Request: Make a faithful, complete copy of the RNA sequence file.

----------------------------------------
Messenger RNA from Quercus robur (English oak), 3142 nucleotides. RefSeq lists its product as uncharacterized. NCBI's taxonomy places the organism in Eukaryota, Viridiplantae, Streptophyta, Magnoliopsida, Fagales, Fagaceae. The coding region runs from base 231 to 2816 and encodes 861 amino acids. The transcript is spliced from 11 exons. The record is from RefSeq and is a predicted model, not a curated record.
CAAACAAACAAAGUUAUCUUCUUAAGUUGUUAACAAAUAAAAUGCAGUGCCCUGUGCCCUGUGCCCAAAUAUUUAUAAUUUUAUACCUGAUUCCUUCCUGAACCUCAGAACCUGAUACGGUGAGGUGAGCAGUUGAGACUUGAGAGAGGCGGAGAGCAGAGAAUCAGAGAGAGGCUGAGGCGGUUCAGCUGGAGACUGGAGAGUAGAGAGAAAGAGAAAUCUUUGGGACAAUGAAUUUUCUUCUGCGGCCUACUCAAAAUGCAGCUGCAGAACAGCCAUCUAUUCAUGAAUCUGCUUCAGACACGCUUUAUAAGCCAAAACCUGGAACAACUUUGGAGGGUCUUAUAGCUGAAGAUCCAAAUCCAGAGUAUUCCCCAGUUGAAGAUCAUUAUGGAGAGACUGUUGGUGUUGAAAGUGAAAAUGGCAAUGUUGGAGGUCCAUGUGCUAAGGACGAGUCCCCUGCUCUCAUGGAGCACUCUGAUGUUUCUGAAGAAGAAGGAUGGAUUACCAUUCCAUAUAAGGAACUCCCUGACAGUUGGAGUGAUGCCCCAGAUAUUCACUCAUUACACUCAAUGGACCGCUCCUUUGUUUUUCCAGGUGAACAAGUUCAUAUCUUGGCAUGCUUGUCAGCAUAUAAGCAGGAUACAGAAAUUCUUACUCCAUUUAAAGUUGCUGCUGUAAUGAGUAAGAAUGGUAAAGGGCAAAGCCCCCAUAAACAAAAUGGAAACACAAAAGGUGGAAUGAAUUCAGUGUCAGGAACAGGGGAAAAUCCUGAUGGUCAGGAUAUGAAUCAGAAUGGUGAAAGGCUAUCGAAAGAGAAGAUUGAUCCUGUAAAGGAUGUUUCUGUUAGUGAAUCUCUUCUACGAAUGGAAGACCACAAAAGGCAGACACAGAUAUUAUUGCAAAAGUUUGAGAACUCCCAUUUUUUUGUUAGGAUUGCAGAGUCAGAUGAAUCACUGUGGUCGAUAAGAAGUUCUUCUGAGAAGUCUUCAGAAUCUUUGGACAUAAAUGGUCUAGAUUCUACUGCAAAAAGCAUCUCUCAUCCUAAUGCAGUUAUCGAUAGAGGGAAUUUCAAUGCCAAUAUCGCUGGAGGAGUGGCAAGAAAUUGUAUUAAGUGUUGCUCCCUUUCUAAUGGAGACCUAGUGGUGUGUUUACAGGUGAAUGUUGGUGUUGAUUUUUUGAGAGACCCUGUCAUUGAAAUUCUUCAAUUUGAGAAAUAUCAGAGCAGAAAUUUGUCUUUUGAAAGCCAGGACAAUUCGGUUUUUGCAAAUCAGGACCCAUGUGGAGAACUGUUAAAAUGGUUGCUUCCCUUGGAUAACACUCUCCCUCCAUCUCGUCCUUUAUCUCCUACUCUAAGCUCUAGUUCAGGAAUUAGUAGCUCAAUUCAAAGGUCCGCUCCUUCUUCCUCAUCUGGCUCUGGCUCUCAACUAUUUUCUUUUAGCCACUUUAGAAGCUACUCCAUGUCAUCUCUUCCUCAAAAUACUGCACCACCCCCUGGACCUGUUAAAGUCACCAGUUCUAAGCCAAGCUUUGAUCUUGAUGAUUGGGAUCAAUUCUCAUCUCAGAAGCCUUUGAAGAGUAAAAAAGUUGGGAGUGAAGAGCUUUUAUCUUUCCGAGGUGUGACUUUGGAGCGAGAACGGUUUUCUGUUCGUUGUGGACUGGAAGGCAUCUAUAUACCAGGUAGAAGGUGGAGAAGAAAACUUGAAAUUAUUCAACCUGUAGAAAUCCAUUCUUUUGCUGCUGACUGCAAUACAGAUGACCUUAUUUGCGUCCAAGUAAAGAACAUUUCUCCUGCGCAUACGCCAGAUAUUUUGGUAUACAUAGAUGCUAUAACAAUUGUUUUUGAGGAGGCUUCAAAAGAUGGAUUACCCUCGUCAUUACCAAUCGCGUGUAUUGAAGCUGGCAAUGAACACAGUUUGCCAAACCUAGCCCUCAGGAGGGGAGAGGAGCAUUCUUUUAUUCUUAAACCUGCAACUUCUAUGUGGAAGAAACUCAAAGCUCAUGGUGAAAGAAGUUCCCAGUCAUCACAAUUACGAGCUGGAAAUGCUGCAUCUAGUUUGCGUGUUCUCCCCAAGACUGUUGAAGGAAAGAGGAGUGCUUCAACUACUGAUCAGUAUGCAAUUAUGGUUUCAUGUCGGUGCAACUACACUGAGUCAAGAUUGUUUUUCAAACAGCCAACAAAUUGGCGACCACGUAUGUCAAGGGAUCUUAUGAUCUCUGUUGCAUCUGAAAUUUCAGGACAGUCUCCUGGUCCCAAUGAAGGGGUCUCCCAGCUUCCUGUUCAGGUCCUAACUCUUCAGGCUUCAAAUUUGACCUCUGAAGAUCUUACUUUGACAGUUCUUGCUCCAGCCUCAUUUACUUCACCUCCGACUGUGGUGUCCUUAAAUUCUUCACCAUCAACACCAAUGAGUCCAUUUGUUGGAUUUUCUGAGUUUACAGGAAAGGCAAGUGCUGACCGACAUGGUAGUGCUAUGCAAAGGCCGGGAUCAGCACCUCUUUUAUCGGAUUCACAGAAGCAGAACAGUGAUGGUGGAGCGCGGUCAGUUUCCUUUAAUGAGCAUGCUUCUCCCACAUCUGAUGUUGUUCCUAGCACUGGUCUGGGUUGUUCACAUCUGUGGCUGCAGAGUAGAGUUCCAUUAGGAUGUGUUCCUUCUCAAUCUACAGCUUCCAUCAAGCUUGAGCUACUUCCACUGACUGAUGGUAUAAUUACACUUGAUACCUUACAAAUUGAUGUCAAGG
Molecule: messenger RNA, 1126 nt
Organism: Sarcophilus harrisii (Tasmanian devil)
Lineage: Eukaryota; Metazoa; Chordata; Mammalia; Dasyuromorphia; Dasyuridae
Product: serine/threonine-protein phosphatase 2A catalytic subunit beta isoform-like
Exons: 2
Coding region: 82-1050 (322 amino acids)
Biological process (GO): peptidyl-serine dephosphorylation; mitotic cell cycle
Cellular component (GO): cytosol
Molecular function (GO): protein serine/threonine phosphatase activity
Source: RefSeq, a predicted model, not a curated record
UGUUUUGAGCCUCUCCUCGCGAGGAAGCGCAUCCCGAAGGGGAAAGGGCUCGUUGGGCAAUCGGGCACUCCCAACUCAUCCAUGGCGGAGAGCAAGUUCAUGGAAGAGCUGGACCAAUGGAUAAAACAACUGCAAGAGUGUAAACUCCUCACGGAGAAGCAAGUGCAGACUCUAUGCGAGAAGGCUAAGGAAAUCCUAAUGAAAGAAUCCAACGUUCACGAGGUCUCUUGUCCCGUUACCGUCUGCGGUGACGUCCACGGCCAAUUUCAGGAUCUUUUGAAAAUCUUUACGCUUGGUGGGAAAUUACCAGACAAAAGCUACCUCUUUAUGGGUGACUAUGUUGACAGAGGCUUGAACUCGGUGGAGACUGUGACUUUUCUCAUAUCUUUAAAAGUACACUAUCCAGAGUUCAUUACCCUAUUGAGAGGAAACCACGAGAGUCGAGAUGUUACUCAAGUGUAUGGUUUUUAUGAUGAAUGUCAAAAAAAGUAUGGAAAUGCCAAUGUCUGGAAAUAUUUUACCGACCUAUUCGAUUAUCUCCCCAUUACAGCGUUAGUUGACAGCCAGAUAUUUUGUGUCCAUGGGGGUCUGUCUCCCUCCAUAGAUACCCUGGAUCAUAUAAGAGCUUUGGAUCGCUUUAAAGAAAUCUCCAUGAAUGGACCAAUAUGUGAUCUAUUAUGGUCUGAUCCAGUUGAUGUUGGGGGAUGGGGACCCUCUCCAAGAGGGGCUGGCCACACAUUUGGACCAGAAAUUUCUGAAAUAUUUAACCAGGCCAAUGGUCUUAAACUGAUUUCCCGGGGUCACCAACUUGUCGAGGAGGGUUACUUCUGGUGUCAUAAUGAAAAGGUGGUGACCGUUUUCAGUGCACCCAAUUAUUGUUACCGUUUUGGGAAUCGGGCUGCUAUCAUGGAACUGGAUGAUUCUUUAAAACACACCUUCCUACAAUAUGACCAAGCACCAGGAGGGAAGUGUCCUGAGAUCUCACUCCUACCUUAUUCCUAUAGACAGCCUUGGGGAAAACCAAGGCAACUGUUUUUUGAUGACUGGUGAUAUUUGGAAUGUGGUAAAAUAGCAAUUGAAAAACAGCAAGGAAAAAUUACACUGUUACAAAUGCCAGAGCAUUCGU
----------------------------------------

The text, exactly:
Messenger RNA from Quercus robur (English oak), 3142 nucleotides. RefSeq lists its product as uncharacterized. NCBI's taxonomy places the organism in Eukaryota, Viridiplantae, Streptophyta, Magnoliopsida, Fagales, Fagaceae. The coding region runs from base 231 to 2816 and encodes 861 amino acids. The transcript is spliced from 11 exons. The record is from RefSeq and is a predicted model, not a curated record.
CAAACAAACAAAGUUAUCUUCUUAAGUUGUUAACAAAUAAAAUGCAGUGCCCUGUGCCCUGUGCCCAAAUAUUUAUAAUUUUAUACCUGAUUCCUUCCUGAACCUCAGAACCUGAUACGGUGAGGUGAGCAGUUGAGACUUGAGAGAGGCGGAGAGCAGAGAAUCAGAGAGAGGCUGAGGCGGUUCAGCUGGAGACUGGAGAGUAGAGAGAAAGAGAAAUCUUUGGGACAAUGAAUUUUCUUCUGCGGCCUACUCAAAAUGCAGCUGCAGAACAGCCAUCUAUUCAUGAAUCUGCUUCAGACACGCUUUAUAAGCCAAAACCUGGAACAACUUUGGAGGGUCUUAUAGCUGAAGAUCCAAAUCCAGAGUAUUCCCCAGUUGAAGAUCAUUAUGGAGAGACUGUUGGUGUUGAAAGUGAAAAUGGCAAUGUUGGAGGUCCAUGUGCUAAGGACGAGUCCCCUGCUCUCAUGGAGCACUCUGAUGUUUCUGAAGAAGAAGGAUGGAUUACCAUUCCAUAUAAGGAACUCCCUGACAGUUGGAGUGAUGCCCCAGAUAUUCACUCAUUACACUCAAUGGACCGCUCCUUUGUUUUUCCAGGUGAACAAGUUCAUAUCUUGGCAUGCUUGUCAGCAUAUAAGCAGGAUACAGAAAUUCUUACUCCAUUUAAAGUUGCUGCUGUAAUGAGUAAGAAUGGUAAAGGGCAAAGCCCCCAUAAACAAAAUGGAAACACAAAAGGUGGAAUGAAUUCAGUGUCAGGAACAGGGGAAAAUCCUGAUGGUCAGGAUAUGAAUCAGAAUGGUGAAAGGCUAUCGAAAGAGAAGAUUGAUCCUGUAAAGGAUGUUUCUGUUAGUGAAUCUCUUCUACGAAUGGAAGACCACAAAAGGCAGACACAGAUAUUAUUGCAAAAGUUUGAGAACUCCCAUUUUUUUGUUAGGAUUGCAGAGUCAGAUGAAUCACUGUGGUCGAUAAGAAGUUCUUCUGAGAAGUCUUCAGAAUCUUUGGACAUAAAUGGUCUAGAUUCUACUGCAAAAAGCAUCUCUCAUCCUAAUGCAGUUAUCGAUAGAGGGAAUUUCAAUGCCAAUAUCGCUGGAGGAGUGGCAAGAAAUUGUAUUAAGUGUUGCUCCCUUUCUAAUGGAGACCUAGUGGUGUGUUUACAGGUGAAUGUUGGUGUUGAUUUUUUGAGAGACCCUGUCAUUGAAAUUCUUCAAUUUGAGAAAUAUCAGAGCAGAAAUUUGUCUUUUGAAAGCCAGGACAAUUCGGUUUUUGCAAAUCAGGACCCAUGUGGAGAACUGUUAAAAUGGUUGCUUCCCUUGGAUAACACUCUCCCUCCAUCUCGUCCUUUAUCUCCUACUCUAAGCUCUAGUUCAGGAAUUAGUAGCUCAAUUCAAAGGUCCGCUCCUUCUUCCUCAUCUGGCUCUGGCUCUCAACUAUUUUCUUUUAGCCACUUUAGAAGCUACUCCAUGUCAUCUCUUCCUCAAAAUACUGCACCACCCCCUGGACCUGUUAAAGUCACCAGUUCUAAGCCAAGCUUUGAUCUUGAUGAUUGGGAUCAAUUCUCAUCUCAGAAGCCUUUGAAGAGUAAAAAAGUUGGGAGUGAAGAGCUUUUAUCUUUCCGAGGUGUGACUUUGGAGCGAGAACGGUUUUCUGUUCGUUGUGGACUGGAAGGCAUCUAUAUACCAGGUAGAAGGUGGAGAAGAAAACUUGAAAUUAUUCAACCUGUAGAAAUCCAUUCUUUUGCUGCUGACUGCAAUACAGAUGACCUUAUUUGCGUCCAAGUAAAGAACAUUUCUCCUGCGCAUACGCCAGAUAUUUUGGUAUACAUAGAUGCUAUAACAAUUGUUUUUGAGGAGGCUUCAAAAGAUGGAUUACCCUCGUCAUUACCAAUCGCGUGUAUUGAAGCUGGCAAUGAACACAGUUUGCCAAACCUAGCCCUCAGGAGGGGAGAGGAGCAUUCUUUUAUUCUUAAACCUGCAACUUCUAUGUGGAAGAAACUCAAAGCUCAUGGUGAAAGAAGUUCCCAGUCAUCACAAUUACGAGCUGGAAAUGCUGCAUCUAGUUUGCGUGUUCUCCCCAAGACUGUUGAAGGAAAGAGGAGUGCUUCAACUACUGAUCAGUAUGCAAUUAUGGUUUCAUGUCGGUGCAACUACACUGAGUCAAGAUUGUUUUUCAAACAGCCAACAAAUUGGCGACCACGUAUGUCAAGGGAUCUUAUGAUCUCUGUUGCAUCUGAAAUUUCAGGACAGUCUCCUGGUCCCAAUGAAGGGGUCUCCCAGCUUCCUGUUCAGGUCCUAACUCUUCAGGCUUCAAAUUUGACCUCUGAAGAUCUUACUUUGACAGUUCUUGCUCCAGCCUCAUUUACUUCACCUCCGACUGUGGUGUCCUUAAAUUCUUCACCAUCAACACCAAUGAGUCCAUUUGUUGGAUUUUCUGAGUUUACAGGAAAGGCAAGUGCUGACCGACAUGGUAGUGCUAUGCAAAGGCCGGGAUCAGCACCUCUUUUAUCGGAUUCACAGAAGCAGAACAGUGAUGGUGGAGCGCGGUCAGUUUCCUUUAAUGAGCAUGCUUCUCCCACAUCUGAUGUUGUUCCUAGCACUGGUCUGGGUUGUUCACAUCUGUGGCUGCAGAGUAGAGUUCCAUUAGGAUGUGUUCCUUCUCAAUCUACAGCUUCCAUCAAGCUUGAGCUACUUCCACUGACUGAUGGUAUAAUUACACUUGAUACCUUACAAAUUGAUGUCAAGG
Molecule: messenger RNA, 1126 nt
Organism: Sarcophilus harrisii (Tasmanian devil)
Lineage: Eukaryota; Metazoa; Chordata; Mammalia; Dasyuromorphia; Dasyuridae
Product: serine/threonine-protein phosphatase 2A catalytic subunit beta isoform-like
Exons: 2
Coding region: 82-1050 (322 amino acids)
Biological process (GO): peptidyl-serine dephosphorylation; mitotic cell cycle
Cellular component (GO): cytosol
Molecular function (GO): protein serine/threonine phosphatase activity
Source: RefSeq, a predicted model, not a curated record
UGUUUUGAGCCUCUCCUCGCGAGGAAGCGCAUCCCGAAGGGGAAAGGGCUCGUUGGGCAAUCGGGCACUCCCAACUCAUCCAUGGCGGAGAGCAAGUUCAUGGAAGAGCUGGACCAAUGGAUAAAACAACUGCAAGAGUGUAAACUCCUCACGGAGAAGCAAGUGCAGACUCUAUGCGAGAAGGCUAAGGAAAUCCUAAUGAAAGAAUCCAACGUUCACGAGGUCUCUUGUCCCGUUACCGUCUGCGGUGACGUCCACGGCCAAUUUCAGGAUCUUUUGAAAAUCUUUACGCUUGGUGGGAAAUUACCAGACAAAAGCUACCUCUUUAUGGGUGACUAUGUUGACAGAGGCUUGAACUCGGUGGAGACUGUGACUUUUCUCAUAUCUUUAAAAGUACACUAUCCAGAGUUCAUUACCCUAUUGAGAGGAAACCACGAGAGUCGAGAUGUUACUCAAGUGUAUGGUUUUUAUGAUGAAUGUCAAAAAAAGUAUGGAAAUGCCAAUGUCUGGAAAUAUUUUACCGACCUAUUCGAUUAUCUCCCCAUUACAGCGUUAGUUGACAGCCAGAUAUUUUGUGUCCAUGGGGGUCUGUCUCCCUCCAUAGAUACCCUGGAUCAUAUAAGAGCUUUGGAUCGCUUUAAAGAAAUCUCCAUGAAUGGACCAAUAUGUGAUCUAUUAUGGUCUGAUCCAGUUGAUGUUGGGGGAUGGGGACCCUCUCCAAGAGGGGCUGGCCACACAUUUGGACCAGAAAUUUCUGAAAUAUUUAACCAGGCCAAUGGUCUUAAACUGAUUUCCCGGGGUCACCAACUUGUCGAGGAGGGUUACUUCUGGUGUCAUAAUGAAAAGGUGGUGACCGUUUUCAGUGCACCCAAUUAUUGUUACCGUUUUGGGAAUCGGGCUGCUAUCAUGGAACUGGAUGAUUCUUUAAAACACACCUUCCUACAAUAUGACCAAGCACCAGGAGGGAAGUGUCCUGAGAUCUCACUCCUACCUUAUUCCUAUAGACAGCCUUGGGGAAAACCAAGGCAACUGUUUUUUGAUGACUGGUGAUAUUUGGAAUGUGGUAAAAUAGCAAUUGAAAAACAGCAAGGAAAAAUUACACUGUUACAAAUGCCAGAGCAUUCGU